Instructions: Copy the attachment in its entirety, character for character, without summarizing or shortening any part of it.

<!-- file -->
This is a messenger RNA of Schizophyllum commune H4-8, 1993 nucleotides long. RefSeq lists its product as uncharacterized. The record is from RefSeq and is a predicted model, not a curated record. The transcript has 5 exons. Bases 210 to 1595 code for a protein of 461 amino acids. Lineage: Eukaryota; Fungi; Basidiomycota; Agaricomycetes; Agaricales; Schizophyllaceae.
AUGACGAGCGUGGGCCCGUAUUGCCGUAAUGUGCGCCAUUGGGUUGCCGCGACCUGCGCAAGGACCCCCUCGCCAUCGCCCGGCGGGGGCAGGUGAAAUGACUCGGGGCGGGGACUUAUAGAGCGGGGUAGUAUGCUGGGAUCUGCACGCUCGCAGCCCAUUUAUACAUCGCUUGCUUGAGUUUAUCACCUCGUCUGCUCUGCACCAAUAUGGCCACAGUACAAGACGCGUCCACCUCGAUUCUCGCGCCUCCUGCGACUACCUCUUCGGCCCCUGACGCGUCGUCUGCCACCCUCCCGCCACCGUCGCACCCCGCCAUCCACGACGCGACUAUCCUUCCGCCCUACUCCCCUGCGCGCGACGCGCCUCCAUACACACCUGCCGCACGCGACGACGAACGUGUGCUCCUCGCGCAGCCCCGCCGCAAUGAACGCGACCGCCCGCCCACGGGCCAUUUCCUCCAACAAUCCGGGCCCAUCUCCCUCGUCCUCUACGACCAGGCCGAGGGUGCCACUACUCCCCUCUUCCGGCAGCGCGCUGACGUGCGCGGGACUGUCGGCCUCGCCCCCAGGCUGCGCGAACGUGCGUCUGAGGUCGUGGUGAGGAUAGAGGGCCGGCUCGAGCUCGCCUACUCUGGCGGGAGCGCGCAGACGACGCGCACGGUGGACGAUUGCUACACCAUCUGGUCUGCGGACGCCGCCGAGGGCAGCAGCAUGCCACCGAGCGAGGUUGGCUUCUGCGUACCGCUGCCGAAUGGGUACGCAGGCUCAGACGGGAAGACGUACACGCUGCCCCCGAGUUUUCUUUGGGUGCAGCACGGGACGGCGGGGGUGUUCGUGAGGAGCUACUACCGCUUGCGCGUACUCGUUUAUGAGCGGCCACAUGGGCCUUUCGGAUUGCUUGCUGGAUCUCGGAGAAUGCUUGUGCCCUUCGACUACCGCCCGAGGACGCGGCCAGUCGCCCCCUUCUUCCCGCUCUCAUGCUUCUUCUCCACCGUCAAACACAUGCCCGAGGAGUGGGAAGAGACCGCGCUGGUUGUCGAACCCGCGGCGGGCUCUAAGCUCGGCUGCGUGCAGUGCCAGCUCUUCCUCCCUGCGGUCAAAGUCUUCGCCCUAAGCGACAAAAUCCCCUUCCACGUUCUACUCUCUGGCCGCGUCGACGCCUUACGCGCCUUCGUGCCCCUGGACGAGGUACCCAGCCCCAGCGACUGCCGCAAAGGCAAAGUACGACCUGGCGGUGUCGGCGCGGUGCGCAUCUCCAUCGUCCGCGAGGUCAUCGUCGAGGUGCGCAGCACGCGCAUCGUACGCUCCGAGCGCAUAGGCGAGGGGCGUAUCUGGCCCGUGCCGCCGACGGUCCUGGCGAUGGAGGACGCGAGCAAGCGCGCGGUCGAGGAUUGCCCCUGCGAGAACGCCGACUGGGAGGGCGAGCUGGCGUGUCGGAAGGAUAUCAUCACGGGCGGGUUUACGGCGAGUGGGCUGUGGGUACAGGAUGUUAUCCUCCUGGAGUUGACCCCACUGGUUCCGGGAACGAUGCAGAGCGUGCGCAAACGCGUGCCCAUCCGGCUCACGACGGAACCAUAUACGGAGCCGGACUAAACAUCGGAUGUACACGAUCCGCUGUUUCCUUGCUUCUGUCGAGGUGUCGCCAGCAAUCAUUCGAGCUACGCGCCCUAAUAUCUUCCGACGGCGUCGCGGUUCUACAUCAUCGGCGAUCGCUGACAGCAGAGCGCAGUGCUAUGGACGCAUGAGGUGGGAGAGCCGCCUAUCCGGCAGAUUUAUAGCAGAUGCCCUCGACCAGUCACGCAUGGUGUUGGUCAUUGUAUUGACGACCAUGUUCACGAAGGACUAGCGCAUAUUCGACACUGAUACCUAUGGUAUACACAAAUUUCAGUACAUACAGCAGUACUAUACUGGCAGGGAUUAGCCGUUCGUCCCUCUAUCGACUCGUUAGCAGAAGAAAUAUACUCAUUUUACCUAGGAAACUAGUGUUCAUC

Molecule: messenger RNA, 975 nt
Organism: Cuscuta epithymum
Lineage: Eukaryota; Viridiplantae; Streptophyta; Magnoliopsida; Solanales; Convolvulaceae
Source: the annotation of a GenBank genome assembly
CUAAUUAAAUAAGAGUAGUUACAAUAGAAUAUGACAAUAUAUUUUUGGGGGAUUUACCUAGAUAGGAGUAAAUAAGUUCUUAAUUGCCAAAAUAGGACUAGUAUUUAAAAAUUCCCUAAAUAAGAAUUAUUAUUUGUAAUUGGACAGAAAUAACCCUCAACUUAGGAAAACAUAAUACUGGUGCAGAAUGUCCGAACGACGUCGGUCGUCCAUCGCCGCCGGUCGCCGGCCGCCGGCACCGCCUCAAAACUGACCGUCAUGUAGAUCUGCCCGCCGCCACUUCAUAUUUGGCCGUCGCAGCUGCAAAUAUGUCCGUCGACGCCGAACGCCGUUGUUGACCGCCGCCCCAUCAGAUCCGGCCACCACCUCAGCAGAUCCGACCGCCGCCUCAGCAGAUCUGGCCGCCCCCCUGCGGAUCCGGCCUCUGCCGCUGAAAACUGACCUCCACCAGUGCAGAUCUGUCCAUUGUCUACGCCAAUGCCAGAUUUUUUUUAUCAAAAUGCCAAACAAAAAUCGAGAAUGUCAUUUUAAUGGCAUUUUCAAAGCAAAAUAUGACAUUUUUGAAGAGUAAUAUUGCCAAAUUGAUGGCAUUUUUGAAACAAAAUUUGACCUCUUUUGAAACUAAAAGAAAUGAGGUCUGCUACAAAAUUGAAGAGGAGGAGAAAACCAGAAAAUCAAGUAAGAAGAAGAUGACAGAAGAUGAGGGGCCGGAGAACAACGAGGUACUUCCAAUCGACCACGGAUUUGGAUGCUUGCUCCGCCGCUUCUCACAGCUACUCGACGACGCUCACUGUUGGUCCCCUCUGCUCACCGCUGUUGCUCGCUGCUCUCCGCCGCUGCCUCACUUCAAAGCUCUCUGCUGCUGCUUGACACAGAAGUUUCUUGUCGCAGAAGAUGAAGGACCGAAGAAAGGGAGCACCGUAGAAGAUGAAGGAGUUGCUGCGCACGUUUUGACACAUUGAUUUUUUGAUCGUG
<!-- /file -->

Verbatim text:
This is a messenger RNA of Schizophyllum commune H4-8, 1993 nucleotides long. RefSeq lists its product as uncharacterized. The record is from RefSeq and is a predicted model, not a curated record. The transcript has 5 exons. Bases 210 to 1595 code for a protein of 461 amino acids. Lineage: Eukaryota; Fungi; Basidiomycota; Agaricomycetes; Agaricales; Schizophyllaceae.
AUGACGAGCGUGGGCCCGUAUUGCCGUAAUGUGCGCCAUUGGGUUGCCGCGACCUGCGCAAGGACCCCCUCGCCAUCGCCCGGCGGGGGCAGGUGAAAUGACUCGGGGCGGGGACUUAUAGAGCGGGGUAGUAUGCUGGGAUCUGCACGCUCGCAGCCCAUUUAUACAUCGCUUGCUUGAGUUUAUCACCUCGUCUGCUCUGCACCAAUAUGGCCACAGUACAAGACGCGUCCACCUCGAUUCUCGCGCCUCCUGCGACUACCUCUUCGGCCCCUGACGCGUCGUCUGCCACCCUCCCGCCACCGUCGCACCCCGCCAUCCACGACGCGACUAUCCUUCCGCCCUACUCCCCUGCGCGCGACGCGCCUCCAUACACACCUGCCGCACGCGACGACGAACGUGUGCUCCUCGCGCAGCCCCGCCGCAAUGAACGCGACCGCCCGCCCACGGGCCAUUUCCUCCAACAAUCCGGGCCCAUCUCCCUCGUCCUCUACGACCAGGCCGAGGGUGCCACUACUCCCCUCUUCCGGCAGCGCGCUGACGUGCGCGGGACUGUCGGCCUCGCCCCCAGGCUGCGCGAACGUGCGUCUGAGGUCGUGGUGAGGAUAGAGGGCCGGCUCGAGCUCGCCUACUCUGGCGGGAGCGCGCAGACGACGCGCACGGUGGACGAUUGCUACACCAUCUGGUCUGCGGACGCCGCCGAGGGCAGCAGCAUGCCACCGAGCGAGGUUGGCUUCUGCGUACCGCUGCCGAAUGGGUACGCAGGCUCAGACGGGAAGACGUACACGCUGCCCCCGAGUUUUCUUUGGGUGCAGCACGGGACGGCGGGGGUGUUCGUGAGGAGCUACUACCGCUUGCGCGUACUCGUUUAUGAGCGGCCACAUGGGCCUUUCGGAUUGCUUGCUGGAUCUCGGAGAAUGCUUGUGCCCUUCGACUACCGCCCGAGGACGCGGCCAGUCGCCCCCUUCUUCCCGCUCUCAUGCUUCUUCUCCACCGUCAAACACAUGCCCGAGGAGUGGGAAGAGACCGCGCUGGUUGUCGAACCCGCGGCGGGCUCUAAGCUCGGCUGCGUGCAGUGCCAGCUCUUCCUCCCUGCGGUCAAAGUCUUCGCCCUAAGCGACAAAAUCCCCUUCCACGUUCUACUCUCUGGCCGCGUCGACGCCUUACGCGCCUUCGUGCCCCUGGACGAGGUACCCAGCCCCAGCGACUGCCGCAAAGGCAAAGUACGACCUGGCGGUGUCGGCGCGGUGCGCAUCUCCAUCGUCCGCGAGGUCAUCGUCGAGGUGCGCAGCACGCGCAUCGUACGCUCCGAGCGCAUAGGCGAGGGGCGUAUCUGGCCCGUGCCGCCGACGGUCCUGGCGAUGGAGGACGCGAGCAAGCGCGCGGUCGAGGAUUGCCCCUGCGAGAACGCCGACUGGGAGGGCGAGCUGGCGUGUCGGAAGGAUAUCAUCACGGGCGGGUUUACGGCGAGUGGGCUGUGGGUACAGGAUGUUAUCCUCCUGGAGUUGACCCCACUGGUUCCGGGAACGAUGCAGAGCGUGCGCAAACGCGUGCCCAUCCGGCUCACGACGGAACCAUAUACGGAGCCGGACUAAACAUCGGAUGUACACGAUCCGCUGUUUCCUUGCUUCUGUCGAGGUGUCGCCAGCAAUCAUUCGAGCUACGCGCCCUAAUAUCUUCCGACGGCGUCGCGGUUCUACAUCAUCGGCGAUCGCUGACAGCAGAGCGCAGUGCUAUGGACGCAUGAGGUGGGAGAGCCGCCUAUCCGGCAGAUUUAUAGCAGAUGCCCUCGACCAGUCACGCAUGGUGUUGGUCAUUGUAUUGACGACCAUGUUCACGAAGGACUAGCGCAUAUUCGACACUGAUACCUAUGGUAUACACAAAUUUCAGUACAUACAGCAGUACUAUACUGGCAGGGAUUAGCCGUUCGUCCCUCUAUCGACUCGUUAGCAGAAGAAAUAUACUCAUUUUACCUAGGAAACUAGUGUUCAUC

Molecule: messenger RNA, 975 nt
Organism: Cuscuta epithymum
Lineage: Eukaryota; Viridiplantae; Streptophyta; Magnoliopsida; Solanales; Convolvulaceae
Source: the annotation of a GenBank genome assembly
CUAAUUAAAUAAGAGUAGUUACAAUAGAAUAUGACAAUAUAUUUUUGGGGGAUUUACCUAGAUAGGAGUAAAUAAGUUCUUAAUUGCCAAAAUAGGACUAGUAUUUAAAAAUUCCCUAAAUAAGAAUUAUUAUUUGUAAUUGGACAGAAAUAACCCUCAACUUAGGAAAACAUAAUACUGGUGCAGAAUGUCCGAACGACGUCGGUCGUCCAUCGCCGCCGGUCGCCGGCCGCCGGCACCGCCUCAAAACUGACCGUCAUGUAGAUCUGCCCGCCGCCACUUCAUAUUUGGCCGUCGCAGCUGCAAAUAUGUCCGUCGACGCCGAACGCCGUUGUUGACCGCCGCCCCAUCAGAUCCGGCCACCACCUCAGCAGAUCCGACCGCCGCCUCAGCAGAUCUGGCCGCCCCCCUGCGGAUCCGGCCUCUGCCGCUGAAAACUGACCUCCACCAGUGCAGAUCUGUCCAUUGUCUACGCCAAUGCCAGAUUUUUUUUAUCAAAAUGCCAAACAAAAAUCGAGAAUGUCAUUUUAAUGGCAUUUUCAAAGCAAAAUAUGACAUUUUUGAAGAGUAAUAUUGCCAAAUUGAUGGCAUUUUUGAAACAAAAUUUGACCUCUUUUGAAACUAAAAGAAAUGAGGUCUGCUACAAAAUUGAAGAGGAGGAGAAAACCAGAAAAUCAAGUAAGAAGAAGAUGACAGAAGAUGAGGGGCCGGAGAACAACGAGGUACUUCCAAUCGACCACGGAUUUGGAUGCUUGCUCCGCCGCUUCUCACAGCUACUCGACGACGCUCACUGUUGGUCCCCUCUGCUCACCGCUGUUGCUCGCUGCUCUCCGCCGCUGCCUCACUUCAAAGCUCUCUGCUGCUGCUUGACACAGAAGUUUCUUGUCGCAGAAGAUGAAGGACCGAAGAAAGGGAGCACCGUAGAAGAUGAAGGAGUUGCUGCGCACGUUUUGACACAUUGAUUUUUUGAUCGUG